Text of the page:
SCIENTIFIC NAME: Catharus minimus
The Grey-cheeked Thrush is a medium-sized thrush. It has the most northern breeding range. It has a small bill with a yellow base. It has a grayer face than the Swainson's Thrush and lacks the buffy eyering. It is nearly identical to Bicknell's Thrush, which shows slight reddish wash to plumage.
Adults have olive upperparts with gray-brown tinge. The underparts are whitish with dark spots on the pale yellowish breast. Flanks are washed gray-brown, whereas the area from belly to undertail coverts is white with gray wash.
Forehead, crown and nape are like the upperparts. The face is grayish with indistinct pale eyering. A dark brown malar stripe extends down to neck sides and breast.
The bill is dark horn with pale pinkish (winter plumage) to orange-yellow (breeding plumage) base of lower mandible. The eyes are dark brown. Legs and feet are flesh-colored to pale pinkish.
Males and females are similar.
Juveniles resemble adults, but their upperparts are spotted and streaked pale buff, and the greater coverts are tipped pale buff. The underparts are barred gray-brown.
Both sexes are about 6.3 - 6.7 inches in length and weighing between 26 and 30 grams.
CALL: Include a quiet “zip” and a low, slurred “wee-ah”. A piercing “pweep” is used as contact at night during migration. Bill-snapping can be heard during aggressive encounters.
SONG: Includes several high-pitched notes, a complex series descending in pitch and sometimes prolonged into short trills described as “ch-ch zreeew zi-zi-zreeew”.
It is given by the male from exposed perches on treetops, but also from lower bushes and in short song-flights. It can be heard at dawn and dusk and through the night.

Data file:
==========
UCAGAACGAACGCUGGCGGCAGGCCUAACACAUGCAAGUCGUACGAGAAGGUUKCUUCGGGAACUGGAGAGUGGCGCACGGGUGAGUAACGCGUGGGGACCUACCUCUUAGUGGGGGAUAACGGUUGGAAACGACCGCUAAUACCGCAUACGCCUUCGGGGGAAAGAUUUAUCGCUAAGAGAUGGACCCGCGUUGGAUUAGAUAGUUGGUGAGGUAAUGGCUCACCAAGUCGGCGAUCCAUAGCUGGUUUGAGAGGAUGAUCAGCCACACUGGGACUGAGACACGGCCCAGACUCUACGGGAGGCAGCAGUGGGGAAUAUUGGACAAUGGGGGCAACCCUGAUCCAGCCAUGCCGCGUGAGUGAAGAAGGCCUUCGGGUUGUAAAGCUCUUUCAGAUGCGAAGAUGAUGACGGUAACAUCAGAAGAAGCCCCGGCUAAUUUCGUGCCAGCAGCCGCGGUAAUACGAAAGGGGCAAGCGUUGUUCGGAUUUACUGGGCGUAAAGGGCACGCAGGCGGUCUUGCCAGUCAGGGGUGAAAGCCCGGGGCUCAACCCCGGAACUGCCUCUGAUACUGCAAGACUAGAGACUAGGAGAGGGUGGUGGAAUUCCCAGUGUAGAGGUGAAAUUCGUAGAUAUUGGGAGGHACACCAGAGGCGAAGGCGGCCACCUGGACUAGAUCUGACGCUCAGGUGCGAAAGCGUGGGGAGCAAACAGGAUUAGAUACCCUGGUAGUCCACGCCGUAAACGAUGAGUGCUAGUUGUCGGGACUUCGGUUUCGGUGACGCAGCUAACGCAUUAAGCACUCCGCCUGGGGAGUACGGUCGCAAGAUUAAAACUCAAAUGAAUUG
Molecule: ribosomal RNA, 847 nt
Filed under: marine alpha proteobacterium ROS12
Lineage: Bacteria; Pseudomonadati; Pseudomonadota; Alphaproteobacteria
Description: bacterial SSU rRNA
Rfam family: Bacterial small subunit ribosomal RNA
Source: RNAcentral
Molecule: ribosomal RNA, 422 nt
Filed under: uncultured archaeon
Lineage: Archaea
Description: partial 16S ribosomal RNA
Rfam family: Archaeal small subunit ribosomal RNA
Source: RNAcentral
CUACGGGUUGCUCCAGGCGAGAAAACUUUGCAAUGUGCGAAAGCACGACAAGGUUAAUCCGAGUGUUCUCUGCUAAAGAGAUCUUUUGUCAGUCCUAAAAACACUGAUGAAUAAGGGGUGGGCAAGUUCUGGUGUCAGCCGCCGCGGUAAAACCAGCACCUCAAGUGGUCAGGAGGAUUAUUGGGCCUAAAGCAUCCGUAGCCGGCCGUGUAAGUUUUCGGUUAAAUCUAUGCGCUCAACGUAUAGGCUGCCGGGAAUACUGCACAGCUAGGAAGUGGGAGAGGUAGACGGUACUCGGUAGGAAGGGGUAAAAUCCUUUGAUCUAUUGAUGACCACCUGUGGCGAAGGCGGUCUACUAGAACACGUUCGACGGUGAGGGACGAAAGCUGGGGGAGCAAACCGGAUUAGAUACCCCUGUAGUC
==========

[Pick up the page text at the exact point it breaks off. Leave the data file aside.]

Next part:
Feeds primarily on various insects, also takes spiders and consumes seeds, fruits and berries depending on the season.
Breeds in undergrowth in dense stands of conifers, in mixed deciduous and fir forests with shrubby thickets, dwarf willows and alders, in wet areas and also in brushy areas along the tundra edge beyond the treeline.
Winters mostly on the lower levels of forests in tropical and subtropical regions; also at forest edges and in more open areas, in secondary growths with dense undergrowth, in old or abandoned plantations and damp thickets.
It breeds in Eastern Canada (Newfoundland and possibly N Quebec) and winters in Northern South America, East of Andes.
Both sexes build a deep, cup-shaped nest with fine grasses, leaves, sedges, thin strips of bark and some moss held together with mud in order to form a compact structure. It is lined with finer grasses.
The female lays 3 - 5 dull greenish-blue eggs with dark markings. The female incubates alone during 12 - 14 days. The chicks leave the nest 11 - 13 days after hatching, but they still depend on adults during at least 8 days, but probably more.